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<-  See Stata's other features


  • Relaxes independence of irrelevant alternatives (IIA) assumption

  • Random coefficients from six distributions—normal, correlated normal, log normal, truncated normal, uniform, and triangular

  • Case-specific variables

  • Robust and cluster–robust standard errors

  • Support for complex survey data

Mixed logit models go by many names. A few of them are the following:

  • Mixed multinomial logit models

  • Mixed discrete choice models

  • Discrete choice models with random coefficients

And in earlier versions of Stata, we referred to them as alternative-specific mixed logit models.

Mixed logit models are unique among the models for choice data because they allow random coefficients.

Random coefficients are of special interest to those fitting these models because they are a way around multinomial models' IIA assumption. IIA stands for "independence of the irrelevant alternatives". If you have a choice among walking, public transportation, or a car and you choose walking, then once you have made your choice, the other alternatives should be irrelevant. If we took away one of the other alternatives, you would still choose walking, right? Maybe not. Human beings sometimes violate the IIA assumption.

Mathematically speaking, IIA makes alternatives independent after conditioning on covariates. If IIA is violated, then the alternatives would be correlated. Random coefficients allow the alternatives to be correlated.

Mixed logit models are often used in the context of random utility models and discrete choice analyses.

Stata's cmmixlogit command supports a variety of random coefficient distributions and allows for convenient inclusion of both alternative-specific and case-specific variables.

The cmxtmixlogit command fits these models for panel data.

Let's see it work

We want to analyze the choices clients make among services offered by a website design firm. The firm offers five plans:

  1. Basic

  2. Silver

  3. Gold

  4. Premium

  5. Diamond

The design firm charges different prices and maintenance fees for each of the plans. Prices and maintenance fees vary across plans, of course, and they also vary client by client based on information clients provide.

We will model the probabilities of choosing plans as a function of

  • the prices and maintenance fees that clients are charged (variables price and mfee) and

  • client website traffic (variable traffic).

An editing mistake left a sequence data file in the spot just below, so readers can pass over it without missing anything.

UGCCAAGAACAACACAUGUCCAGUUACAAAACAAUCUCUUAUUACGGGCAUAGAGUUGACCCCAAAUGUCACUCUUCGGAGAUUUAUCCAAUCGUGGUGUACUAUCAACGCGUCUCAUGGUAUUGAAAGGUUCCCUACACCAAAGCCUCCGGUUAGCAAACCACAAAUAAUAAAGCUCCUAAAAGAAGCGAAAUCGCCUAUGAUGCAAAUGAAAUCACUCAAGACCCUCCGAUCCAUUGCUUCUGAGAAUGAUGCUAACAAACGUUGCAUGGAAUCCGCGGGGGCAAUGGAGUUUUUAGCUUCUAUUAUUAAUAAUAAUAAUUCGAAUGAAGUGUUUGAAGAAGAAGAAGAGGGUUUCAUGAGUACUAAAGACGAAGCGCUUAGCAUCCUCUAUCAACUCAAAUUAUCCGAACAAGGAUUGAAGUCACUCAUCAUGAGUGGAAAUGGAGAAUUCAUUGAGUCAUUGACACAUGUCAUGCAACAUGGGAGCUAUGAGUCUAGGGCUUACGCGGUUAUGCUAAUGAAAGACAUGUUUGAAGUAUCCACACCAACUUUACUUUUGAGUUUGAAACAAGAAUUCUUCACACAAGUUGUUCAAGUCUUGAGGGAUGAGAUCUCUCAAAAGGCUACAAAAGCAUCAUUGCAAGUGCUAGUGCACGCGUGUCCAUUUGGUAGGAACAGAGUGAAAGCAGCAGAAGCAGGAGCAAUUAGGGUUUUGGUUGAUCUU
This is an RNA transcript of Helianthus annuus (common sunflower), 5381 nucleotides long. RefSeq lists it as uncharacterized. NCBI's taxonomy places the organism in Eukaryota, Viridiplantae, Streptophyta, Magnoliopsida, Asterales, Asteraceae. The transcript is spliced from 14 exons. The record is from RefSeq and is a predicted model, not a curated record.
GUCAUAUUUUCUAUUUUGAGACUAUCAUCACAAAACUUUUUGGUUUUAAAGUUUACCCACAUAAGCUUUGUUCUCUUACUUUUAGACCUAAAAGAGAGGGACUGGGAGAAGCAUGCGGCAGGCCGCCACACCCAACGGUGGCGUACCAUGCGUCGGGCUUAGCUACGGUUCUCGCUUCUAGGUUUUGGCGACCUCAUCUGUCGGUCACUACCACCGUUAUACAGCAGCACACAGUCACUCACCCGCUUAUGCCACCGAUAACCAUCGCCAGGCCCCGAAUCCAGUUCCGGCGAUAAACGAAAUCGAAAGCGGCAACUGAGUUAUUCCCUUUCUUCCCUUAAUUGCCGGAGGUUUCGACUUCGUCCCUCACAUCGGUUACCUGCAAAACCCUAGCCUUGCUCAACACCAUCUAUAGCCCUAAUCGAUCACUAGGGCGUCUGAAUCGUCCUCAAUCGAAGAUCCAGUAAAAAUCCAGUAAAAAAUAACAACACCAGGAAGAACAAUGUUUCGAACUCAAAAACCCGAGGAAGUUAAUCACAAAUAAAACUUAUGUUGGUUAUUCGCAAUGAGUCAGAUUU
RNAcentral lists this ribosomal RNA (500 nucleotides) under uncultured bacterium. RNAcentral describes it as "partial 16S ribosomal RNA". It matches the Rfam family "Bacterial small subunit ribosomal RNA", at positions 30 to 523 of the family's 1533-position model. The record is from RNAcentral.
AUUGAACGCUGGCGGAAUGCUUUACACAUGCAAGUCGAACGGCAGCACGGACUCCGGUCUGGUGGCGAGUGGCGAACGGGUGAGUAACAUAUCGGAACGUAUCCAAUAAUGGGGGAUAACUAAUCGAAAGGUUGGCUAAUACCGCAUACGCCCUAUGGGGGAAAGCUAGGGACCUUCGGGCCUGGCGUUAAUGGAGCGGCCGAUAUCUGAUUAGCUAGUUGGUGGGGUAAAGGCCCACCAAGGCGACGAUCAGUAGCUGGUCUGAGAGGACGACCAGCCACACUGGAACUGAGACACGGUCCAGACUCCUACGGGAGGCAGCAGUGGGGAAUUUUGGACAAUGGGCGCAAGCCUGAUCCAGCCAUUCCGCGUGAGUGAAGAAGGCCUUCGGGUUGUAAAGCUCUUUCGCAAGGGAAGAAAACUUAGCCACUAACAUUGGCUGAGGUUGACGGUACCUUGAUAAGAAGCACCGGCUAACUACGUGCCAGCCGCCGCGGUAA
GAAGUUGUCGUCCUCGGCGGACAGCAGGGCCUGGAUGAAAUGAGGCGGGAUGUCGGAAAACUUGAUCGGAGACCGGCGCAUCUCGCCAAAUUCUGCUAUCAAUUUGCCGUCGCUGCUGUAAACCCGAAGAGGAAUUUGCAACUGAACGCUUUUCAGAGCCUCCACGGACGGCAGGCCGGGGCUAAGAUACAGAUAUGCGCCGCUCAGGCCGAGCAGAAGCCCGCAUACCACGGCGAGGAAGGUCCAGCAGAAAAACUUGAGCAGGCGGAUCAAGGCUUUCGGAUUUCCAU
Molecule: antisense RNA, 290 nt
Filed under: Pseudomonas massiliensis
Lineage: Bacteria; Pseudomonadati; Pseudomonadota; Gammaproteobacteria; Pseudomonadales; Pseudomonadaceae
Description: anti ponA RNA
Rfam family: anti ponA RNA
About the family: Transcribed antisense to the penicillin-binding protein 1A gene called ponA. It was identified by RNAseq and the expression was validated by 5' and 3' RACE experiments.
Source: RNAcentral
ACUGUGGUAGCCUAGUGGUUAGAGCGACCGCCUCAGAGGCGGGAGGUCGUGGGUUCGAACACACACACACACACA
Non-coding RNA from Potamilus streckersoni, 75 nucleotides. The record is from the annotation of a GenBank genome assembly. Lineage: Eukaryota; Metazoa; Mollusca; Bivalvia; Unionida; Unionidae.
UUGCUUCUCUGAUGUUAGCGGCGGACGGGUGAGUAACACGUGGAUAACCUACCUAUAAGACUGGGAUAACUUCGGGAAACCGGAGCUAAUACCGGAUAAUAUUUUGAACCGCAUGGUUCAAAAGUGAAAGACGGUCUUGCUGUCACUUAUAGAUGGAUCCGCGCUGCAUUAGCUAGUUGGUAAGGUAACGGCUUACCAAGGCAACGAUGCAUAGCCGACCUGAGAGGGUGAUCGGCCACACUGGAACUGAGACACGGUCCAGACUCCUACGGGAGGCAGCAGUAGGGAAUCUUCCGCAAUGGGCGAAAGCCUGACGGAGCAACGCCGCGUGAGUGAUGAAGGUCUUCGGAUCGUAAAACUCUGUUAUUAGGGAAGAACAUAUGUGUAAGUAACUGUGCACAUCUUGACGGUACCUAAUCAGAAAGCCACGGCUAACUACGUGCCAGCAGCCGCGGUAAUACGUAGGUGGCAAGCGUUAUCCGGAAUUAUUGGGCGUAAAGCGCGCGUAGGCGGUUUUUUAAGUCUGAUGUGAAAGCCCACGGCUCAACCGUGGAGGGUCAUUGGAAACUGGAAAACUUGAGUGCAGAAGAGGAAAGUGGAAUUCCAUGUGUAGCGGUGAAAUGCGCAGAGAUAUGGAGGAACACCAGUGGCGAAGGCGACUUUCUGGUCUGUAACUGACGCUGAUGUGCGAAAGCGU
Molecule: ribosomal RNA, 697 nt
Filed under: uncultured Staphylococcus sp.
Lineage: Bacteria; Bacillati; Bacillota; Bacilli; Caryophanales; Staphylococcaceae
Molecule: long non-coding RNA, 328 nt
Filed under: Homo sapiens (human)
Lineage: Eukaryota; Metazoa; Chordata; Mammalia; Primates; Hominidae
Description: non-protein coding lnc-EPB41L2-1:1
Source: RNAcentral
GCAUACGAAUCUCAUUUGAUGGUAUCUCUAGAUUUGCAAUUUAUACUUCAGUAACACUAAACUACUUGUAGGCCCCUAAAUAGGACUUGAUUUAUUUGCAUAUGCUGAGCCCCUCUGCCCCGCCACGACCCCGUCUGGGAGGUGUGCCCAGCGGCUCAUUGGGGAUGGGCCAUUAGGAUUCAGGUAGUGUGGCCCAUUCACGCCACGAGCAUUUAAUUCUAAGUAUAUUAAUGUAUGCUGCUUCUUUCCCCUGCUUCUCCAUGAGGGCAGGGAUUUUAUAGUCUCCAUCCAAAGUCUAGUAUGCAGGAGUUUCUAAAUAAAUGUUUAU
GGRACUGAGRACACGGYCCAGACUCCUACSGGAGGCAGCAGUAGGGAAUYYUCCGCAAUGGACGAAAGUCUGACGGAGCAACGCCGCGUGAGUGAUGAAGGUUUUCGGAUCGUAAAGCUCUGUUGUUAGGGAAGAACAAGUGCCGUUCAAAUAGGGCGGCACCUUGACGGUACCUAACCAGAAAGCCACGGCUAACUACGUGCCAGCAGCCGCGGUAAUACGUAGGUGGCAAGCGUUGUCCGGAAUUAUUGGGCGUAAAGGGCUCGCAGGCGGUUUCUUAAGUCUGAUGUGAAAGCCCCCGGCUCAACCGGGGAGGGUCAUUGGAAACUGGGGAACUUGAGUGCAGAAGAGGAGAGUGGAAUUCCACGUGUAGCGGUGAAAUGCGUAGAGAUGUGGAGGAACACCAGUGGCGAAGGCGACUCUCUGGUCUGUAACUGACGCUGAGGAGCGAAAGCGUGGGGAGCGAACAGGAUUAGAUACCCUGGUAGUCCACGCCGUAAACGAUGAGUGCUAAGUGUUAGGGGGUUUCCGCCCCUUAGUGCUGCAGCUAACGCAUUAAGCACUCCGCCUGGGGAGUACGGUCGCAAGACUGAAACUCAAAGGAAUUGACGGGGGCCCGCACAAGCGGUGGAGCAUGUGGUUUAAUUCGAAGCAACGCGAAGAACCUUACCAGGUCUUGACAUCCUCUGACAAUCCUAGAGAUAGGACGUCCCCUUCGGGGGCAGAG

In the data, we have observations for each client and plan. Variable choice will be the dependent variable. It contains 0 or 1 depending on the plan each client chose.

We will fit the model using cmmixlogit because we want to relax the IIA assumption. We think plans might be correlated because of how consumers perceive websites. Some clients buy the Diamond plan to make clear to their customer that they can afford it.

First, we type

. cmset id plan

to specify the names of the variables recording client IDs and plan options. Our data contain 250 clients and 5 plans.

To fit our model, we will type

. cmmixlogit choice mfee, random(price) casevars(traffic)

Despite appearances, this model has three covariates: mfee, price, and traffic. mfee appears following the dependent variable choice, price appears in the random() option, and traffic appears in the casevars() option.

Regularly specified covariates have fixed coefficients.

random()-specified covariates have random coefficients.

casevars()-specified covariates have fixed coefficients but separately for each alternative.

Here is the result of fitting the model:

(output omitted)

Mixed logit choice model                       Number of obs      =      1,250
Case ID variable: id                           Number of cases    =        250

Alternatives variable: plan                    Alts per case: min =          5
                                                              avg =        5.0
                                                              max =          5
Integration sequence:      Hammersley
Integration points:               567             Wald chi2(6)    =      99.92
Log simulated-likelihood = -289.87694             Prob > chi2     =     0.0000

choice Coefficient Std. err. z P>|z| [95% conf. interval]
mfee -2.727259 .2747334 -9.93 0.000 -3.265727 -2.188792
price -1.082258 .335134 -3.23 0.001 -1.739109 -.4254076
sd(price) .8007662 .3691184 .3244433 1.97639
Basic (base alternative)
traffic -.1384213 .1611304 -0.86 0.390 -.4542311 .1773884
_cons -.1292907 .8726359 -0.15 0.882 -1.839626 1.581044
traffic .2809339 .1489504 1.89 0.059 -.0110035 .5728713
_cons .5136765 .7752536 0.66 0.508 -1.005793 2.033146
traffic .2620055 .1704879 1.54 0.124 -.0721447 .5961556
_cons -.8803081 .9233871 -0.95 0.340 -2.690114 .9294974
traffic .4176888 .2044853 2.04 0.041 .016905 .8184726
_cons -1.397811 1.131834 -1.23 0.217 -3.616166 .8205426
LR test vs. fixed parameters: chibar2(01) = 2.11 Prob >= chibar2 = 0.0732

Start by looking up from the bottom. There is a section for each of the five plans. Plan Basic was treated as the base alternative.

Above, the plan output is the output across plans, labeled plan and /Normal.

We have one random coefficient in this model. Its mean and standard deviation are the values in the coefficient column for price and sd(price). The coefficient distribution has mean -1.08 and standard deviation 0.80. Under the assumptions of the model, the coefficient for each client is drawn from this distribution. Thus, we can think of the range of coefficients as being roughly -1.08-2*0.80 to -1.08+2*0.80, which is to say, -2.68 to 0.52. The majority of clients are less likely to purchase more expensive plans, but some are more likely to do that.

Tell me more

Read more about mixed logit models in the Stata Choice Models Reference Manual; see [CM] cmmixlogit. See [CM] cmxtmixlogit for mixed logit models fit to panel data.